Sunday, October 19, 2014

Explaining the Exchange Rate World

Remember, this is a blog written by an American, designed for Americans and ex-pat's, and not Germans.  So the topic the Euro and the exchange rate.

When I arrived in Germany in of the top ten things you had to grasp and understand was the Deutsch Mark (DM) situation.  You got paid every two weeks, and you converted some part of your income at the base bank (Rhein Main for me) over to DM.  At the time, it was roughly 2.25 DM to the dollar.

After a while, you learned that the rate went up and down....daily.  It's not something that you'd typically think about while living in the US....but here, it's different.

Folks had a strategy, while realistic or ill-conceived.....that the rate was always better two days prior to pay-day.  I never believed this idea.....but lots of Americans would buy their DM prior to pay-day.
I would say the low point of that two year point for me when when the DM rate got down to 2.05.  Naturally, this meant you got less DM, or you paid more for your DM than when it was up around 2.2.  Course, if you were only buying enough for pocket-money, beer and weekend only needed 150 DM to accomplish that, and the difference between 2.05 and 2.2 isn't that big of a deal.

I left in 1980, and came back in 1984 to Germany.  The exchange rate had radically changed during the Reagan era.  It was now 2.85 for the average that year.  You could buy a lot of marks for a better price.  1985 went to an even higher level with it almost hitting 3.5 at some point.

I knew enlisted guys who went downtown Kaiserslautern and bought BMWs in 1985.  I went on numerous tours and trips that year, with lots of DM in my pocket.  Tens of thousands of GI's in Germany had a great year....spent a ton of money....and it all came back to the exchange rate.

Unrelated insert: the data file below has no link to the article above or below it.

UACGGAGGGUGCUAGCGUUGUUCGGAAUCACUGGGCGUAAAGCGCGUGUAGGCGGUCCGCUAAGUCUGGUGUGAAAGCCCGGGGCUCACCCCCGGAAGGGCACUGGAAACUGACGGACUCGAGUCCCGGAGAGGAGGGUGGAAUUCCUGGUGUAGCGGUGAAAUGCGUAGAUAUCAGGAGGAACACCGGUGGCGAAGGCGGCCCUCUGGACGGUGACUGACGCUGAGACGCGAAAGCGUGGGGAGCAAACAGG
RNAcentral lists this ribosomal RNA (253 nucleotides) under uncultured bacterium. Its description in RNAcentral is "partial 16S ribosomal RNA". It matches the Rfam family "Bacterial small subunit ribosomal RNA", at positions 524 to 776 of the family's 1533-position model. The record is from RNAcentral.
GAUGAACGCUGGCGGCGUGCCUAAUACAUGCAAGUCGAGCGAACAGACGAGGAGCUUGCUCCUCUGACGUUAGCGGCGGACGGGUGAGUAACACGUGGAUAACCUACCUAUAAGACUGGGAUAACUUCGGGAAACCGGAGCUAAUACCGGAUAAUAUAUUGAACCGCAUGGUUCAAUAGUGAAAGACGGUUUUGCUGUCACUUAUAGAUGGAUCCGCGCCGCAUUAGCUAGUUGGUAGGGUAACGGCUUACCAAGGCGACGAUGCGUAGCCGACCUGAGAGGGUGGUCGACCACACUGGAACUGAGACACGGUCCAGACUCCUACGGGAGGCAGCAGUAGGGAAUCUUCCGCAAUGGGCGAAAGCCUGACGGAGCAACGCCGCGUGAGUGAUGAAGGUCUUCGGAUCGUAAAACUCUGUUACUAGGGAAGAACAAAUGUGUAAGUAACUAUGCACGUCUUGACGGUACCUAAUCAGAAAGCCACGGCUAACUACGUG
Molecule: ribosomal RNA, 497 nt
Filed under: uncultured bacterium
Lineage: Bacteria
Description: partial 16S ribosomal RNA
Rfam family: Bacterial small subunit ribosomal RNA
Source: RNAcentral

When I came back in had sunk to the 1.6 DM to the dollar level.  The Air Force tried to make up for the negative you enough housing money and a fair allowance....but you tended to limit your spending off-base to strictly restaurants and limited travel.  

By 1998, it was pressing up toward 1.8 DM to the dollar and people were more positive.  There was talk of the Euro coming in, and always a hint of better exchange rates.

The initial stage of the Euro?  It was set to roughly 1.1 Euro to the dollar.  That lasted roughly a year, and later fell to .79 by 2004.....two years into the Euro period.

Americans who were civilians and working in Germany?  We were all pretty aware of the rate.....fairly negative with the original deals worked out with our companies.....and questioning how this made sense for our budget planning process.  If you had a mortgage of 1,200 Euro on a was pretty simple in 2002 and you were paying roughly 1,200 dollars for the place.  Two years later, at .86, you were now paying $1,395.  That's roughly $200 more than what you started with only two years ago.  Where did the $200 come from?  Savings or what you would have put toward a new car.